“Given that the entire class is involved in a discussion, all ability levels are working together. The most able students have a chance to share their knowledge and talk to each other while less able students are able to read these ideas and formulate their own ideas based on the additional wisdom of others. The level of performance for all students, not just the less able, will rise due to influence from more capable peers.”
Joe Luft says
In my workshop that ended today, we spent a while discussing the importance of helping students in history classes learn ways in which to construct and support an argument. In both oral discussions and written work, students often need to experience good models of well-organized arguments. I’m not sure that the problem is so much a lack of wisdom on the part of the student a lack of experience constructing a thoughful argument that relies on evidence. Online discussions obviously need to be one piece of a larger set of learning experiences that teach kids how to use evidence to support their ideas – both orally and in writing. If they don’t know how to think this way it won’t come out in an online discussion either.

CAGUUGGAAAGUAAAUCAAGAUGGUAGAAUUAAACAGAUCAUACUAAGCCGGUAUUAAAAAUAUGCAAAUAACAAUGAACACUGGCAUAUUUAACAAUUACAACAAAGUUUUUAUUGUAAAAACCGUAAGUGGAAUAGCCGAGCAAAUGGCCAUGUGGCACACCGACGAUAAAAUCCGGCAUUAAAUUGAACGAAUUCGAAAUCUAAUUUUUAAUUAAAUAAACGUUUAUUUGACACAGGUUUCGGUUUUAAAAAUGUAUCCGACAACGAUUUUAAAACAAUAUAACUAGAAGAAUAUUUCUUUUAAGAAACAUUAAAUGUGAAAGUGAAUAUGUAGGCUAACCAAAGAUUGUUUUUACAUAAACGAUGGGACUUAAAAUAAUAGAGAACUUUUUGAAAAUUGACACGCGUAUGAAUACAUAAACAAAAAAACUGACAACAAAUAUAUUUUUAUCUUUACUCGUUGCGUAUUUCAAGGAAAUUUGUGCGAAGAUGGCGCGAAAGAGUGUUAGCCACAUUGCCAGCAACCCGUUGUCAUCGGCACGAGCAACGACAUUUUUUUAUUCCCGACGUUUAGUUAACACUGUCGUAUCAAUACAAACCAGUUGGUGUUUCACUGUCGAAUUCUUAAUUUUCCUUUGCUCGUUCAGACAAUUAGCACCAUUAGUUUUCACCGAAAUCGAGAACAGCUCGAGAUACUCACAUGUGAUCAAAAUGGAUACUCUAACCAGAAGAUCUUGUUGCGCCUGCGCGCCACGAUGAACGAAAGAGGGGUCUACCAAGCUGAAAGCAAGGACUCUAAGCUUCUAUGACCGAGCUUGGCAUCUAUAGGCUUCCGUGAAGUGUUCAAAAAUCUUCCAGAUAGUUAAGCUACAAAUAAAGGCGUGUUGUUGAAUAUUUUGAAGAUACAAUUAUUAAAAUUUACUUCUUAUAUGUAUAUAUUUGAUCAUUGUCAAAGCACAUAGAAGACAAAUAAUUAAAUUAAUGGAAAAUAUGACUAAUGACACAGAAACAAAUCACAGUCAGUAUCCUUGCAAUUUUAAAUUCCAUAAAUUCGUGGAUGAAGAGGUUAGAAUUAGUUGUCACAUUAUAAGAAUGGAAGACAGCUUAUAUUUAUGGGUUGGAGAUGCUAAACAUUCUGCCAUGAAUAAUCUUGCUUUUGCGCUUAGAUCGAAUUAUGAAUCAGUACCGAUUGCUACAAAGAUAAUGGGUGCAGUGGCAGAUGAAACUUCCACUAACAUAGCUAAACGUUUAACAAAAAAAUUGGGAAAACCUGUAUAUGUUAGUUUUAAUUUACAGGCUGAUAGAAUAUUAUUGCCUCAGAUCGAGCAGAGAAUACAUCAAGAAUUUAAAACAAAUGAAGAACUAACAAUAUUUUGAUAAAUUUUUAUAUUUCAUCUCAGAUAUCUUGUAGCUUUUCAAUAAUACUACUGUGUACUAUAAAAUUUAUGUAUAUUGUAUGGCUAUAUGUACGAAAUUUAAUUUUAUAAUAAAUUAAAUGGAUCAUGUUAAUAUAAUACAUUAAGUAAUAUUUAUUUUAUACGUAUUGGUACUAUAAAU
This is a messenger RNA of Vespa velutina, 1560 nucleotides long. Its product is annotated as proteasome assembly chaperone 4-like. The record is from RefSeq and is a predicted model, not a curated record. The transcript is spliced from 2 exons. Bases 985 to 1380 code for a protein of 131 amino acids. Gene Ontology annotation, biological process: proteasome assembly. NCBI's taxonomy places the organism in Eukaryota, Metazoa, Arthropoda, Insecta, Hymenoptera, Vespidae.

One article that touches on issues specific to online discussions is “Mapping online discussion in senior English” from the Journal of Adolescent & Adult Literacy, pp. 382-396, February 2002. It examines the hybrid speech-writing language used in online discussions and has some specific recommendations. We read this in the Writing Project workshop last month.